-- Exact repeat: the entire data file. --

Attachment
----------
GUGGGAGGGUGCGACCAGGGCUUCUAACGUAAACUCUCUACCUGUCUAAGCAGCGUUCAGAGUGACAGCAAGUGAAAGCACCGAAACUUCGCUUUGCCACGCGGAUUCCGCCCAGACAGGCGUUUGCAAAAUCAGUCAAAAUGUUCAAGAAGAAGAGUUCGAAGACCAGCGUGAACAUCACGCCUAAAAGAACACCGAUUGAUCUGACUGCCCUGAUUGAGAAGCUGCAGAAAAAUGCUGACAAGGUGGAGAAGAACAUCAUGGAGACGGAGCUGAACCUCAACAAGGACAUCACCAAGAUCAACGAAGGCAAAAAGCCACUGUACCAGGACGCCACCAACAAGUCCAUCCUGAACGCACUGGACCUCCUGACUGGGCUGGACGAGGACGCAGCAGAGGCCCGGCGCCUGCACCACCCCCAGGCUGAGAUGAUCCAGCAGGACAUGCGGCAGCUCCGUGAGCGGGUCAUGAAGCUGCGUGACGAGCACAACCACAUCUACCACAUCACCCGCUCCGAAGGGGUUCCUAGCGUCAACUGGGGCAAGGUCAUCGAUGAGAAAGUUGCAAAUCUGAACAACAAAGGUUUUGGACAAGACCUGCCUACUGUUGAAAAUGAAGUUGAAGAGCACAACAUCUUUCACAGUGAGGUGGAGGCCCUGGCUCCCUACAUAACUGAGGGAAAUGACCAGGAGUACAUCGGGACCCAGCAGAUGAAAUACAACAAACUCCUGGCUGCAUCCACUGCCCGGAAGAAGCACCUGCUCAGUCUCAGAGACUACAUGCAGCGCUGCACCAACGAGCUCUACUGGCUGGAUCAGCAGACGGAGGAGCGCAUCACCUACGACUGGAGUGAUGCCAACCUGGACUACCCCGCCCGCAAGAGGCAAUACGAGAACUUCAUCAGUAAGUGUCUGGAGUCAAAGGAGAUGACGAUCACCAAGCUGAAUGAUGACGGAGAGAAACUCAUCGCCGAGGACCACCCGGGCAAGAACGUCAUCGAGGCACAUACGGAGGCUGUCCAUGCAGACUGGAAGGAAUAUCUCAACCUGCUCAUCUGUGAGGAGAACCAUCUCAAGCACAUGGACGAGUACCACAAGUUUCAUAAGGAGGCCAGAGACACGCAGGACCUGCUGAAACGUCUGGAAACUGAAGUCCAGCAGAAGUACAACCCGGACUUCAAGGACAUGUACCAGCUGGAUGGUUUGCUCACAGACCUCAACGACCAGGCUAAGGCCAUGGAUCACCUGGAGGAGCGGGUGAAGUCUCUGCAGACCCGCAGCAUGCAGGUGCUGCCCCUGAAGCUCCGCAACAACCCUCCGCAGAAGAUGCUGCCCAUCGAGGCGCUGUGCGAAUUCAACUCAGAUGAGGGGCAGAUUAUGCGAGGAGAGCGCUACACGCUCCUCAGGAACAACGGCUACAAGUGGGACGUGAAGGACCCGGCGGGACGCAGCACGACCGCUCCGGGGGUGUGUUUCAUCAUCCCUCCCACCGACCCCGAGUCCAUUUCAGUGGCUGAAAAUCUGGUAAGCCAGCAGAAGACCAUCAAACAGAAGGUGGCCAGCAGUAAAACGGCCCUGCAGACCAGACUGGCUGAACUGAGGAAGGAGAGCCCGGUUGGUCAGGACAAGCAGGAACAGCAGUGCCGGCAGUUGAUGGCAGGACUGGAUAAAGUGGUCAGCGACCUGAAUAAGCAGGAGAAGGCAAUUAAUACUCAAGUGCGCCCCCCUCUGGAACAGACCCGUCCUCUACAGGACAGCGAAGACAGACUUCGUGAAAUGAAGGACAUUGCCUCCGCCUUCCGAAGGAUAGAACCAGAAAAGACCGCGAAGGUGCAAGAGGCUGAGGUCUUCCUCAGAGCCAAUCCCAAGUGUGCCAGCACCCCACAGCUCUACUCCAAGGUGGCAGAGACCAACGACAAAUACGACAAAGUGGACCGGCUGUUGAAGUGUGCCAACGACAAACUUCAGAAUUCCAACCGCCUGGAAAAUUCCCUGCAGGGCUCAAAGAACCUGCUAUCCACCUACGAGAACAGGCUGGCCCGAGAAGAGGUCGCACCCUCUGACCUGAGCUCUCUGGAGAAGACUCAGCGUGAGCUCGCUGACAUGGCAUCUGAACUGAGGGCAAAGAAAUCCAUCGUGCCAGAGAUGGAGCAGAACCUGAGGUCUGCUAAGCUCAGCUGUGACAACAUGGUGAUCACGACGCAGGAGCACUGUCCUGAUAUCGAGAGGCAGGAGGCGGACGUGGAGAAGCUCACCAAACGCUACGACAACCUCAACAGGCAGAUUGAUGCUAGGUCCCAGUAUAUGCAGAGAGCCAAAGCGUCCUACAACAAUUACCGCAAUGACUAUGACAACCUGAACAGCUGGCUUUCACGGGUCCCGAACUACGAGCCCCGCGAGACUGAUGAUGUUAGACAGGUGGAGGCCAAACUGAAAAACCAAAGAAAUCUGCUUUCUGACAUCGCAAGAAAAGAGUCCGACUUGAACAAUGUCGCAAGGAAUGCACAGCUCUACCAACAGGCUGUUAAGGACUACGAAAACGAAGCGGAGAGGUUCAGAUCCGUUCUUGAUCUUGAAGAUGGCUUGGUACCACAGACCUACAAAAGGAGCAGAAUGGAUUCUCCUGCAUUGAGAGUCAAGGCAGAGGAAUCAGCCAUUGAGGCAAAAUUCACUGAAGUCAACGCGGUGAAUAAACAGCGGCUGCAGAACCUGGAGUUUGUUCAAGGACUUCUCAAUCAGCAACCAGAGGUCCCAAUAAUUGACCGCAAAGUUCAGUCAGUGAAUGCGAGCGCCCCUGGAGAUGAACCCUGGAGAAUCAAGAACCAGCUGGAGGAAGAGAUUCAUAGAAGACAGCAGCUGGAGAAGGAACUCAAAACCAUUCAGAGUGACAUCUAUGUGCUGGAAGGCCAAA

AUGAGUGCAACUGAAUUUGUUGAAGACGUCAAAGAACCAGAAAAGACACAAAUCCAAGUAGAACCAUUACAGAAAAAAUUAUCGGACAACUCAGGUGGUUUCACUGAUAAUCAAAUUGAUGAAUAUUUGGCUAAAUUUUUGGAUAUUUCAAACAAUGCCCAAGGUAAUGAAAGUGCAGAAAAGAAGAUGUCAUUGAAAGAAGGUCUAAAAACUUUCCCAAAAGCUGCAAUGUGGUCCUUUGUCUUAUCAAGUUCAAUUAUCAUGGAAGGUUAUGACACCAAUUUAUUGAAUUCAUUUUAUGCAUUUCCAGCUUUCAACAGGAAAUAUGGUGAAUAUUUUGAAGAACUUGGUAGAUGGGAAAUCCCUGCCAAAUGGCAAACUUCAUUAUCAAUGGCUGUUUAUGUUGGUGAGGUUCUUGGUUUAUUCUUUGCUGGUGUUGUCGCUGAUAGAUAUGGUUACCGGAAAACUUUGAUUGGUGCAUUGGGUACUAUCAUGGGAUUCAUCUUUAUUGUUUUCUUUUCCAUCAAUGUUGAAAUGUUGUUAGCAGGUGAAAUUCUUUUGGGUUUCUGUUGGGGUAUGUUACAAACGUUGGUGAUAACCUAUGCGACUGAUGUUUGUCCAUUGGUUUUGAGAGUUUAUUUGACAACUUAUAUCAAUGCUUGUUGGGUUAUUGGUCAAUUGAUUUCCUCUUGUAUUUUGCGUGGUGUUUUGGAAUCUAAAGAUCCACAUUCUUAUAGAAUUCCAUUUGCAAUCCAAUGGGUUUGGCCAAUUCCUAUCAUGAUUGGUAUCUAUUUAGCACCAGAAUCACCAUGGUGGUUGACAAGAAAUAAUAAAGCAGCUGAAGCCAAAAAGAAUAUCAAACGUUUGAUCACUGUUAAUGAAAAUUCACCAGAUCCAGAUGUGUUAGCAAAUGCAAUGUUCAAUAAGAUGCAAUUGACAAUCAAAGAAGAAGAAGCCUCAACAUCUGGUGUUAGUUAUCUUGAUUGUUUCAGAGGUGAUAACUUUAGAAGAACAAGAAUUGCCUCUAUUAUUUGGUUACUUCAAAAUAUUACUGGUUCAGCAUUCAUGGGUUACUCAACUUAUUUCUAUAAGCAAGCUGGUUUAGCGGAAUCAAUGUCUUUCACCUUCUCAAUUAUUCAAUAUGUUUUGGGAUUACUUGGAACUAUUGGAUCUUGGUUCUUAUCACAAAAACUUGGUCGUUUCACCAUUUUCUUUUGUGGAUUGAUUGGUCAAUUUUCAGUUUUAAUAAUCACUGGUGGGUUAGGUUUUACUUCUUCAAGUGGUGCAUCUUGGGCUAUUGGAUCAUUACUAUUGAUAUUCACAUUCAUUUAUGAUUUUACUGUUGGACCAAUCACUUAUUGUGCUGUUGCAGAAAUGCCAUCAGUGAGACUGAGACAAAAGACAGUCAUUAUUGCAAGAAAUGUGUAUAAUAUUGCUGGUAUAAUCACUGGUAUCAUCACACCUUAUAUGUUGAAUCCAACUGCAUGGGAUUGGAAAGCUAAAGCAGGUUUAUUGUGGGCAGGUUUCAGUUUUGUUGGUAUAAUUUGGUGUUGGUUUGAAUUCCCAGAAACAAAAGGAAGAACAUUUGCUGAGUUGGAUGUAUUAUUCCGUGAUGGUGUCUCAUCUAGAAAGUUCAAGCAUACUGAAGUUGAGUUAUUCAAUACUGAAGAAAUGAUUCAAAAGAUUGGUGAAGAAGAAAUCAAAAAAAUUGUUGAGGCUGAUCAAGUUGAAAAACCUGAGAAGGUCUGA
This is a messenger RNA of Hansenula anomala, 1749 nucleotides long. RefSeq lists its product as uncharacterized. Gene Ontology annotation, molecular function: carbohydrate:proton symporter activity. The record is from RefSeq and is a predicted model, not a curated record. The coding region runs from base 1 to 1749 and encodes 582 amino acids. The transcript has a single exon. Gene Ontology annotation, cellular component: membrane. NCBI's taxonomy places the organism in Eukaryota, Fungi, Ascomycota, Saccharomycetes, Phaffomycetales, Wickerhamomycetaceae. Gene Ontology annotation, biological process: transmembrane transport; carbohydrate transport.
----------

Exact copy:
GUGGGAGGGUGCGACCAGGGCUUCUAACGUAAACUCUCUACCUGUCUAAGCAGCGUUCAGAGUGACAGCAAGUGAAAGCACCGAAACUUCGCUUUGCCACGCGGAUUCCGCCCAGACAGGCGUUUGCAAAAUCAGUCAAAAUGUUCAAGAAGAAGAGUUCGAAGACCAGCGUGAACAUCACGCCUAAAAGAACACCGAUUGAUCUGACUGCCCUGAUUGAGAAGCUGCAGAAAAAUGCUGACAAGGUGGAGAAGAACAUCAUGGAGACGGAGCUGAACCUCAACAAGGACAUCACCAAGAUCAACGAAGGCAAAAAGCCACUGUACCAGGACGCCACCAACAAGUCCAUCCUGAACGCACUGGACCUCCUGACUGGGCUGGACGAGGACGCAGCAGAGGCCCGGCGCCUGCACCACCCCCAGGCUGAGAUGAUCCAGCAGGACAUGCGGCAGCUCCGUGAGCGGGUCAUGAAGCUGCGUGACGAGCACAACCACAUCUACCACAUCACCCGCUCCGAAGGGGUUCCUAGCGUCAACUGGGGCAAGGUCAUCGAUGAGAAAGUUGCAAAUCUGAACAACAAAGGUUUUGGACAAGACCUGCCUACUGUUGAAAAUGAAGUUGAAGAGCACAACAUCUUUCACAGUGAGGUGGAGGCCCUGGCUCCCUACAUAACUGAGGGAAAUGACCAGGAGUACAUCGGGACCCAGCAGAUGAAAUACAACAAACUCCUGGCUGCAUCCACUGCCCGGAAGAAGCACCUGCUCAGUCUCAGAGACUACAUGCAGCGCUGCACCAACGAGCUCUACUGGCUGGAUCAGCAGACGGAGGAGCGCAUCACCUACGACUGGAGUGAUGCCAACCUGGACUACCCCGCCCGCAAGAGGCAAUACGAGAACUUCAUCAGUAAGUGUCUGGAGUCAAAGGAGAUGACGAUCACCAAGCUGAAUGAUGACGGAGAGAAACUCAUCGCCGAGGACCACCCGGGCAAGAACGUCAUCGAGGCACAUACGGAGGCUGUCCAUGCAGACUGGAAGGAAUAUCUCAACCUGCUCAUCUGUGAGGAGAACCAUCUCAAGCACAUGGACGAGUACCACAAGUUUCAUAAGGAGGCCAGAGACACGCAGGACCUGCUGAAACGUCUGGAAACUGAAGUCCAGCAGAAGUACAACCCGGACUUCAAGGACAUGUACCAGCUGGAUGGUUUGCUCACAGACCUCAACGACCAGGCUAAGGCCAUGGAUCACCUGGAGGAGCGGGUGAAGUCUCUGCAGACCCGCAGCAUGCAGGUGCUGCCCCUGAAGCUCCGCAACAACCCUCCGCAGAAGAUGCUGCCCAUCGAGGCGCUGUGCGAAUUCAACUCAGAUGAGGGGCAGAUUAUGCGAGGAGAGCGCUACACGCUCCUCAGGAACAACGGCUACAAGUGGGACGUGAAGGACCCGGCGGGACGCAGCACGACCGCUCCGGGGGUGUGUUUCAUCAUCCCUCCCACCGACCCCGAGUCCAUUUCAGUGGCUGAAAAUCUGGUAAGCCAGCAGAAGACCAUCAAACAGAAGGUGGCCAGCAGUAAAACGGCCCUGCAGACCAGACUGGCUGAACUGAGGAAGGAGAGCCCGGUUGGUCAGGACAAGCAGGAACAGCAGUGCCGGCAGUUGAUGGCAGGACUGGAUAAAGUGGUCAGCGACCUGAAUAAGCAGGAGAAGGCAAUUAAUACUCAAGUGCGCCCCCCUCUGGAACAGACCCGUCCUCUACAGGACAGCGAAGACAGACUUCGUGAAAUGAAGGACAUUGCCUCCGCCUUCCGAAGGAUAGAACCAGAAAAGACCGCGAAGGUGCAAGAGGCUGAGGUCUUCCUCAGAGCCAAUCCCAAGUGUGCCAGCACCCCACAGCUCUACUCCAAGGUGGCAGAGACCAACGACAAAUACGACAAAGUGGACCGGCUGUUGAAGUGUGCCAACGACAAACUUCAGAAUUCCAACCGCCUGGAAAAUUCCCUGCAGGGCUCAAAGAACCUGCUAUCCACCUACGAGAACAGGCUGGCCCGAGAAGAGGUCGCACCCUCUGACCUGAGCUCUCUGGAGAAGACUCAGCGUGAGCUCGCUGACAUGGCAUCUGAACUGAGGGCAAAGAAAUCCAUCGUGCCAGAGAUGGAGCAGAACCUGAGGUCUGCUAAGCUCAGCUGUGACAACAUGGUGAUCACGACGCAGGAGCACUGUCCUGAUAUCGAGAGGCAGGAGGCGGACGUGGAGAAGCUCACCAAACGCUACGACAACCUCAACAGGCAGAUUGAUGCUAGGUCCCAGUAUAUGCAGAGAGCCAAAGCGUCCUACAACAAUUACCGCAAUGACUAUGACAACCUGAACAGCUGGCUUUCACGGGUCCCGAACUACGAGCCCCGCGAGACUGAUGAUGUUAGACAGGUGGAGGCCAAACUGAAAAACCAAAGAAAUCUGCUUUCUGACAUCGCAAGAAAAGAGUCCGACUUGAACAAUGUCGCAAGGAAUGCACAGCUCUACCAACAGGCUGUUAAGGACUACGAAAACGAAGCGGAGAGGUUCAGAUCCGUUCUUGAUCUUGAAGAUGGCUUGGUACCACAGACCUACAAAAGGAGCAGAAUGGAUUCUCCUGCAUUGAGAGUCAAGGCAGAGGAAUCAGCCAUUGAGGCAAAAUUCACUGAAGUCAACGCGGUGAAUAAACAGCGGCUGCAGAACCUGGAGUUUGUUCAAGGACUUCUCAAUCAGCAACCAGAGGUCCCAAUAAUUGACCGCAAAGUUCAGUCAGUGAAUGCGAGCGCCCCUGGAGAUGAACCCUGGAGAAUCAAGAACCAGCUGGAGGAAGAGAUUCAUAGAAGACAGCAGCUGGAGAAGGAACUCAAAACCAUUCAGAGUGACAUCUAUGUGCUGGAAGGCCAAA

AUGAGUGCAACUGAAUUUGUUGAAGACGUCAAAGAACCAGAAAAGACACAAAUCCAAGUAGAACCAUUACAGAAAAAAUUAUCGGACAACUCAGGUGGUUUCACUGAUAAUCAAAUUGAUGAAUAUUUGGCUAAAUUUUUGGAUAUUUCAAACAAUGCCCAAGGUAAUGAAAGUGCAGAAAAGAAGAUGUCAUUGAAAGAAGGUCUAAAAACUUUCCCAAAAGCUGCAAUGUGGUCCUUUGUCUUAUCAAGUUCAAUUAUCAUGGAAGGUUAUGACACCAAUUUAUUGAAUUCAUUUUAUGCAUUUCCAGCUUUCAACAGGAAAUAUGGUGAAUAUUUUGAAGAACUUGGUAGAUGGGAAAUCCCUGCCAAAUGGCAAACUUCAUUAUCAAUGGCUGUUUAUGUUGGUGAGGUUCUUGGUUUAUUCUUUGCUGGUGUUGUCGCUGAUAGAUAUGGUUACCGGAAAACUUUGAUUGGUGCAUUGGGUACUAUCAUGGGAUUCAUCUUUAUUGUUUUCUUUUCCAUCAAUGUUGAAAUGUUGUUAGCAGGUGAAAUUCUUUUGGGUUUCUGUUGGGGUAUGUUACAAACGUUGGUGAUAACCUAUGCGACUGAUGUUUGUCCAUUGGUUUUGAGAGUUUAUUUGACAACUUAUAUCAAUGCUUGUUGGGUUAUUGGUCAAUUGAUUUCCUCUUGUAUUUUGCGUGGUGUUUUGGAAUCUAAAGAUCCACAUUCUUAUAGAAUUCCAUUUGCAAUCCAAUGGGUUUGGCCAAUUCCUAUCAUGAUUGGUAUCUAUUUAGCACCAGAAUCACCAUGGUGGUUGACAAGAAAUAAUAAAGCAGCUGAAGCCAAAAAGAAUAUCAAACGUUUGAUCACUGUUAAUGAAAAUUCACCAGAUCCAGAUGUGUUAGCAAAUGCAAUGUUCAAUAAGAUGCAAUUGACAAUCAAAGAAGAAGAAGCCUCAACAUCUGGUGUUAGUUAUCUUGAUUGUUUCAGAGGUGAUAACUUUAGAAGAACAAGAAUUGCCUCUAUUAUUUGGUUACUUCAAAAUAUUACUGGUUCAGCAUUCAUGGGUUACUCAACUUAUUUCUAUAAGCAAGCUGGUUUAGCGGAAUCAAUGUCUUUCACCUUCUCAAUUAUUCAAUAUGUUUUGGGAUUACUUGGAACUAUUGGAUCUUGGUUCUUAUCACAAAAACUUGGUCGUUUCACCAUUUUCUUUUGUGGAUUGAUUGGUCAAUUUUCAGUUUUAAUAAUCACUGGUGGGUUAGGUUUUACUUCUUCAAGUGGUGCAUCUUGGGCUAUUGGAUCAUUACUAUUGAUAUUCACAUUCAUUUAUGAUUUUACUGUUGGACCAAUCACUUAUUGUGCUGUUGCAGAAAUGCCAUCAGUGAGACUGAGACAAAAGACAGUCAUUAUUGCAAGAAAUGUGUAUAAUAUUGCUGGUAUAAUCACUGGUAUCAUCACACCUUAUAUGUUGAAUCCAACUGCAUGGGAUUGGAAAGCUAAAGCAGGUUUAUUGUGGGCAGGUUUCAGUUUUGUUGGUAUAAUUUGGUGUUGGUUUGAAUUCCCAGAAACAAAAGGAAGAACAUUUGCUGAGUUGGAUGUAUUAUUCCGUGAUGGUGUCUCAUCUAGAAAGUUCAAGCAUACUGAAGUUGAGUUAUUCAAUACUGAAGAAAUGAUUCAAAAGAUUGGUGAAGAAGAAAUCAAAAAAAUUGUUGAGGCUGAUCAAGUUGAAAAACCUGAGAAGGUCUGA
This is a messenger RNA of Hansenula anomala, 1749 nucleotides long. RefSeq lists its product as uncharacterized. Gene Ontology annotation, molecular function: carbohydrate:proton symporter activity. The record is from RefSeq and is a predicted model, not a curated record. The coding region runs from base 1 to 1749 and encodes 582 amino acids. The transcript has a single exon. Gene Ontology annotation, cellular component: membrane. NCBI's taxonomy places the organism in Eukaryota, Fungi, Ascomycota, Saccharomycetes, Phaffomycetales, Wickerhamomycetaceae. Gene Ontology annotation, biological process: transmembrane transport; carbohydrate transport.